Tinieblas, one of the grandmasters of Mexican wrestling, looked on from a stage over the weekend as lucha libre wrestlers put on a free show for spectators at the open air plaza of Metro Insurgentes.
The young men donned studded collars, devil horns, masks and —of course— tight pants as they hurled insults, kicked one another in the chest and swung legs like pendulums around opponents. The high-risk theatrics were far more dangerous than when Tinieblas began his wrestling career in 1971, but the enthusiastic cheers and jeers of the crowd sounded the same.
Taking wrestling to the streets on a day of leisure struck Tinieblas as brilliant, since some fans lack the time or economic means to see a match in an arena.
“Right now, with the lucha libre that they are seeing, they purge their sadness, their unhappiness — so many things,” he said from behind a golden mask with black mesh over his face. Tinieblas, who is 80, conceals his identity even though he is retired from wrestling. His wrestling moniker means “darkness.”
“Lucha libre is a therapy. Instead of yelling at the missis when they arrive home, or at the mother-in-law, they arrive calm. They already yelled at the wrestlers,” he added with a chuckle.
The display on the concrete esplanade of one of Mexico City’s first Metro stations was put on by an arts foundation called LuchArte to commemorate 50 years of the city’s heavily trafficked subway system.
This particular station is ringed with concrete walls meant to evoke pre-Hispanic architecture, with the city’s tallest office towers looming within eyeshot of the base of the sunken plaza. The colorless plaza served as a bleak backdrop for a shootout scene in the 1990 science fiction film “Total Recall,” starring Arnold Schwarzenegger.
“I think that without the Metro, the city would be chaos,” LuchArte founder Iliana So told the crowd before the wrestling began on Saturday.
Annual ridership of the Mexico City subway system tops 1.6 billion in a sprawling metropolitan area with 22 million inhabitants. The lines span 140 miles (226 kilometers), making the capital’s subway one of the most extensive urban rail networks in the world.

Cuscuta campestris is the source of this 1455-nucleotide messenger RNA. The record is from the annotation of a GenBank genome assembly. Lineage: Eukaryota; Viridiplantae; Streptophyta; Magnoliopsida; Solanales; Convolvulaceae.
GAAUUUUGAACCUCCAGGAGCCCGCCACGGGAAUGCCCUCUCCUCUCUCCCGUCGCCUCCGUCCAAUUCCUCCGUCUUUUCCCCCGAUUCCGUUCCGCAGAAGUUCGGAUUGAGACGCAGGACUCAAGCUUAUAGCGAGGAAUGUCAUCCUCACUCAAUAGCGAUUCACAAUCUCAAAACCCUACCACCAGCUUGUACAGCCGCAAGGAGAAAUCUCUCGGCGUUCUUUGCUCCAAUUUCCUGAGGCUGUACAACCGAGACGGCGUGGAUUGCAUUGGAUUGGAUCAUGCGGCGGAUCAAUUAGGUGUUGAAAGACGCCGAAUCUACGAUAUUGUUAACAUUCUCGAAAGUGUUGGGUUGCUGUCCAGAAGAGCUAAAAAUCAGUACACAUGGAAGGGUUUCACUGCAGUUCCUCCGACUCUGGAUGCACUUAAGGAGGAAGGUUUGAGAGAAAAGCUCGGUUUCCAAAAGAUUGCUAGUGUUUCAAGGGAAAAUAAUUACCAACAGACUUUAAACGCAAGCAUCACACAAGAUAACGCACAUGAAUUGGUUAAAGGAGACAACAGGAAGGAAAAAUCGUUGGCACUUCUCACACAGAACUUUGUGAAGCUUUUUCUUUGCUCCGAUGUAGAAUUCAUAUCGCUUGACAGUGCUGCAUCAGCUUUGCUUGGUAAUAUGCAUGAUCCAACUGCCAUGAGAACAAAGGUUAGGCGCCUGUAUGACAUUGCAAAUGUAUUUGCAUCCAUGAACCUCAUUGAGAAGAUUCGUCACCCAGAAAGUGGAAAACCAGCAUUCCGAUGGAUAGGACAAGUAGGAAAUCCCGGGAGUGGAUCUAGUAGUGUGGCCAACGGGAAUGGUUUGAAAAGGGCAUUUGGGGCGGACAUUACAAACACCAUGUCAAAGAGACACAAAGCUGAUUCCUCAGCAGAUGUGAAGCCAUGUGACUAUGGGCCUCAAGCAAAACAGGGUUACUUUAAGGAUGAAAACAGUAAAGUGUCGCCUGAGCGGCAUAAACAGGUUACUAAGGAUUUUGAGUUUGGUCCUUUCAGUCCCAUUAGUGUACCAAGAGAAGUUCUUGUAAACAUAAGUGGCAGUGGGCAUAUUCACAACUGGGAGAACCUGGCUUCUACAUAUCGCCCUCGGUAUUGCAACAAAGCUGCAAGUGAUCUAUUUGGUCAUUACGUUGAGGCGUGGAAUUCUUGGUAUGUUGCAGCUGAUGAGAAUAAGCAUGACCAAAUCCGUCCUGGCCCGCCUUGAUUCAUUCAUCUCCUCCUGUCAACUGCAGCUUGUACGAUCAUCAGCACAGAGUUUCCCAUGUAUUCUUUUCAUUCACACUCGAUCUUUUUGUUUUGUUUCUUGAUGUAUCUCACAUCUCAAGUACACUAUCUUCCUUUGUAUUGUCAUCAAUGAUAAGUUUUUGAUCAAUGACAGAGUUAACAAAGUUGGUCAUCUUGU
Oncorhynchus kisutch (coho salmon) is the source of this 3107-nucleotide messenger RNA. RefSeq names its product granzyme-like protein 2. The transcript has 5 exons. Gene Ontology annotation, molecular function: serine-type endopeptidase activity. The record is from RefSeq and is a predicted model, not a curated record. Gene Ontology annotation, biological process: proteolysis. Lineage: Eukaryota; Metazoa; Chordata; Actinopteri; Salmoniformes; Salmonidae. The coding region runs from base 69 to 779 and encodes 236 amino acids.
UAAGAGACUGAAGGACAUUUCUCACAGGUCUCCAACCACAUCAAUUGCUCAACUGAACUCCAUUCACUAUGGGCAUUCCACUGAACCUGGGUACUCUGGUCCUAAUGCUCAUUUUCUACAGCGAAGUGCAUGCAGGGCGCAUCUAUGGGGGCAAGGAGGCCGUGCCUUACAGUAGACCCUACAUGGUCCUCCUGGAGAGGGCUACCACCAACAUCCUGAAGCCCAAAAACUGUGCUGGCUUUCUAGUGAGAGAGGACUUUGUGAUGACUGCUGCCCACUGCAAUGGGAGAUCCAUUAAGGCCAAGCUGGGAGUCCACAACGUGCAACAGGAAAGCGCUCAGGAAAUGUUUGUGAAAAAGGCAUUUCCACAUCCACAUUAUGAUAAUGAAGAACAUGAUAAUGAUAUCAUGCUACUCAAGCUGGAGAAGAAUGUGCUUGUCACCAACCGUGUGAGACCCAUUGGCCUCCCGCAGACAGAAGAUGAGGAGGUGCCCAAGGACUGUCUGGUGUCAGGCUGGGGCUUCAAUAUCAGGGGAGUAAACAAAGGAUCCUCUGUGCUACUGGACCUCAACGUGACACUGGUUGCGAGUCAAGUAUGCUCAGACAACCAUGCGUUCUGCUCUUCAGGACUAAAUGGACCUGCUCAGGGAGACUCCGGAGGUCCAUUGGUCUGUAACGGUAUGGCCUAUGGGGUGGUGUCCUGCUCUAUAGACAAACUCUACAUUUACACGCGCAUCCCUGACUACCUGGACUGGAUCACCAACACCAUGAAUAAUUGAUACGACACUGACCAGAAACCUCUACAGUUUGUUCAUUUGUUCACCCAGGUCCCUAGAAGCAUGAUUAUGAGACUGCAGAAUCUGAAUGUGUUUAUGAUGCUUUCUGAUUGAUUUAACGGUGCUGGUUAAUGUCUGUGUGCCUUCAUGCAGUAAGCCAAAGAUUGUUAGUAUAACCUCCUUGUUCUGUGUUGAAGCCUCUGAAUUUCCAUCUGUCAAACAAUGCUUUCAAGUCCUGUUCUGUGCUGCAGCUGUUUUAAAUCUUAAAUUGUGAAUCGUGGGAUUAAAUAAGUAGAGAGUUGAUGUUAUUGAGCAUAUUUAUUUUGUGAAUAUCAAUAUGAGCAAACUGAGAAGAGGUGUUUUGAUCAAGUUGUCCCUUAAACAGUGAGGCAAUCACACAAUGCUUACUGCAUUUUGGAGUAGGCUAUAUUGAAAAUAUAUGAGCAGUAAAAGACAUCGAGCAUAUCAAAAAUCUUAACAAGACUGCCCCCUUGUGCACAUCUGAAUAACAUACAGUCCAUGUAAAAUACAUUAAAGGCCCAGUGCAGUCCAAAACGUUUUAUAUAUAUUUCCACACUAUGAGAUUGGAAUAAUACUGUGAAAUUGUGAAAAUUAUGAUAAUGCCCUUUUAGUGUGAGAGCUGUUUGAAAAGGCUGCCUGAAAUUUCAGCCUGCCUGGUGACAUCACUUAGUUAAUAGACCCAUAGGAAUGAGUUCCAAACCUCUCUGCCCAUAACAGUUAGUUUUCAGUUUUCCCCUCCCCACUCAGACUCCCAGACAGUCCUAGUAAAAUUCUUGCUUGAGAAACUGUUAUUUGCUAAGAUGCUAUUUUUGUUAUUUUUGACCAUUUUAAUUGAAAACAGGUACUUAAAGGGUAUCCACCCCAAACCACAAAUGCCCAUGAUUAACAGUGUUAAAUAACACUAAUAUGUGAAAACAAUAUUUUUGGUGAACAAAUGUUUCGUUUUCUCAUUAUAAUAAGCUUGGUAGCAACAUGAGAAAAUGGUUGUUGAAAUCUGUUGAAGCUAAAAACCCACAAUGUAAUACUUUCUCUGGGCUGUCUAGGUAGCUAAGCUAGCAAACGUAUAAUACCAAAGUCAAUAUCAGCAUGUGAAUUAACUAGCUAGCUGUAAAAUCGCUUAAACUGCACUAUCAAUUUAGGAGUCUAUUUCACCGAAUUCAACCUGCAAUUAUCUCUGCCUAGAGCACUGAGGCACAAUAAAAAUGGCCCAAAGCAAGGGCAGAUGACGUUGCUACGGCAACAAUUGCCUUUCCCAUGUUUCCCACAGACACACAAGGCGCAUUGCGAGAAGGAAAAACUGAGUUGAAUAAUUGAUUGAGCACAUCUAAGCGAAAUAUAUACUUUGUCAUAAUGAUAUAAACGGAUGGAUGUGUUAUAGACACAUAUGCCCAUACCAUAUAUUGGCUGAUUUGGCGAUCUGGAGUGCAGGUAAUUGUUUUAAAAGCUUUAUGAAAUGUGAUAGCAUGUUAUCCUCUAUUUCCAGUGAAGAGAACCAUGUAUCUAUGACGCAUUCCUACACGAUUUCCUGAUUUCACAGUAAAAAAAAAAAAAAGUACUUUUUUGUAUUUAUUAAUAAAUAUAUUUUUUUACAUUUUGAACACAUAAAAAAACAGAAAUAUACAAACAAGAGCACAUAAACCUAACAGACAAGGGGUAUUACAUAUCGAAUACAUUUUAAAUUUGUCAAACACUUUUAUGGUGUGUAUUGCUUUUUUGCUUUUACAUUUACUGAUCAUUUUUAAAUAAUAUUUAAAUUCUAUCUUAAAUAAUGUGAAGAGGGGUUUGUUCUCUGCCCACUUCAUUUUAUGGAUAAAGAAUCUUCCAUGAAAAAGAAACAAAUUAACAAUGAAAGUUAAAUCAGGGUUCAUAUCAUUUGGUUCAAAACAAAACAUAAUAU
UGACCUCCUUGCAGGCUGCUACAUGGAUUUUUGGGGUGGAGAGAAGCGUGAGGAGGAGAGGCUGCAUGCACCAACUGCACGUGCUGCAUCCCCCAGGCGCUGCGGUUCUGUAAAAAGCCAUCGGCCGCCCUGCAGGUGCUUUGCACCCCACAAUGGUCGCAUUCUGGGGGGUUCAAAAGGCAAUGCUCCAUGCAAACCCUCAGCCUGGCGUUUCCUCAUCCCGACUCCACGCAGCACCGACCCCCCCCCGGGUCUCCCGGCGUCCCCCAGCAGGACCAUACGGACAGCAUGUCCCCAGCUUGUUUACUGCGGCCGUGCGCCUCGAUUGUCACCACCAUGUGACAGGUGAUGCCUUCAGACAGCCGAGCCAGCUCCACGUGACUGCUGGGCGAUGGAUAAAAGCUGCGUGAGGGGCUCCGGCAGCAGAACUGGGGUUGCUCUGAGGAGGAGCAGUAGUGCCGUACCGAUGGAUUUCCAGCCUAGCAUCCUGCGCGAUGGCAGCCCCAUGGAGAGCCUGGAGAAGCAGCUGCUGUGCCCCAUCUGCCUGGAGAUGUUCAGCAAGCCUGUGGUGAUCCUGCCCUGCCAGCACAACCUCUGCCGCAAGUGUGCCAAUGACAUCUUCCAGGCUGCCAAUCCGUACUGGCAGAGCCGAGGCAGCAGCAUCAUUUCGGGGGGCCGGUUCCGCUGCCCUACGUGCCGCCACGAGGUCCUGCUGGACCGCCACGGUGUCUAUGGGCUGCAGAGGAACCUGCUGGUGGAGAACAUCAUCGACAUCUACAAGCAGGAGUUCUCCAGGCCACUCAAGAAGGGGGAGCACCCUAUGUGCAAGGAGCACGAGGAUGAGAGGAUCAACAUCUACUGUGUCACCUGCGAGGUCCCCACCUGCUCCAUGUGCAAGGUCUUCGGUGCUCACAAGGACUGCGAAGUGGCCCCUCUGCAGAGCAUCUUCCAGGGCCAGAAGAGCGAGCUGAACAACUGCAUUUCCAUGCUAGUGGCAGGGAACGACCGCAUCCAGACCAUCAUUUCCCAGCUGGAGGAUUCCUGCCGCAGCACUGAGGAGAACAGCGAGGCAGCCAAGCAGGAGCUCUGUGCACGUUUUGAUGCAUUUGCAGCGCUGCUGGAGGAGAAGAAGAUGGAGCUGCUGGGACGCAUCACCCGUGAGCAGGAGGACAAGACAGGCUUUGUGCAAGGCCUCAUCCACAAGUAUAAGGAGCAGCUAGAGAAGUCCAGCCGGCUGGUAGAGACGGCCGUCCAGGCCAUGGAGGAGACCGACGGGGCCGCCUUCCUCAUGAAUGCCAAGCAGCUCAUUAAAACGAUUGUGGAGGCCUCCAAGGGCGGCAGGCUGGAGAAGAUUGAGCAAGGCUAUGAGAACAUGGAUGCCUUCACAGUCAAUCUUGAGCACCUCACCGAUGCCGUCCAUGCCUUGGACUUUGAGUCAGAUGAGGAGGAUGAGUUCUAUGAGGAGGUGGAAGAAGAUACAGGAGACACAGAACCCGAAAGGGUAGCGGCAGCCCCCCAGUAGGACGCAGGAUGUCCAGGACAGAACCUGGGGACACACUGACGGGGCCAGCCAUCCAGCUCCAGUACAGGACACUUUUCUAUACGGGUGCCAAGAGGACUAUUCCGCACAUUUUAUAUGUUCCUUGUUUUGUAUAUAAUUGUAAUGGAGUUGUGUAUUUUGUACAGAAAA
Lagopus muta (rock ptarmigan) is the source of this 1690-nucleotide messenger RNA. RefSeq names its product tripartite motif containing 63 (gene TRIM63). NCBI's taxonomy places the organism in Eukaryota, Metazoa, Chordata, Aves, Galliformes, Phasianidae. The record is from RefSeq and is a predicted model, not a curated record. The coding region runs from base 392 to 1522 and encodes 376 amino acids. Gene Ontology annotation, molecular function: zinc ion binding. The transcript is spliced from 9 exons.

Like riding the Metro, indulging in a lucha libre wrestling match is a quintessentially Mexican pastime. It’s the second most-followed sport in the country, after soccer.
“Mexicans identify with lucha libre because Mexican culture is very colorful,” said So, alluding to the bright colors of the wrestlers’ costumes as well as their flair for the dramatic.
The bravado on display over the weekend included a five-woman match filled with grunts, slaps, chest pumps, body locks and flips. An Aztec princess in fishnet stockings took on the bad girls with the help of a little person whose hits and punches drove the crowd wild.
“C’mon little one!” cheered a spectator as children chanted “Again, again!” every time the blonde woman with dwarfism entered the ring.
Retired police officer José Carlos Ehlers says he jumped at the opportunity to catch a free show. He brought his 5-year-old grandaughter Melani, decked out in a sparkly pink cape and wrestling mask. A daytime match in a safe location seemed like a strong sell, since crime in the city center has made nighttime visits to the arenas there more daunting.
Still, Ehlers has taken Melani, who herself aspires to be a wrestler, to arenas at night. Passion for wrestling runs in the family: Ehlers’ mother carted him and his seven brothers to three live matches a week throughout his childhood.
“It’s part of our folklore,” concluded the grandfather.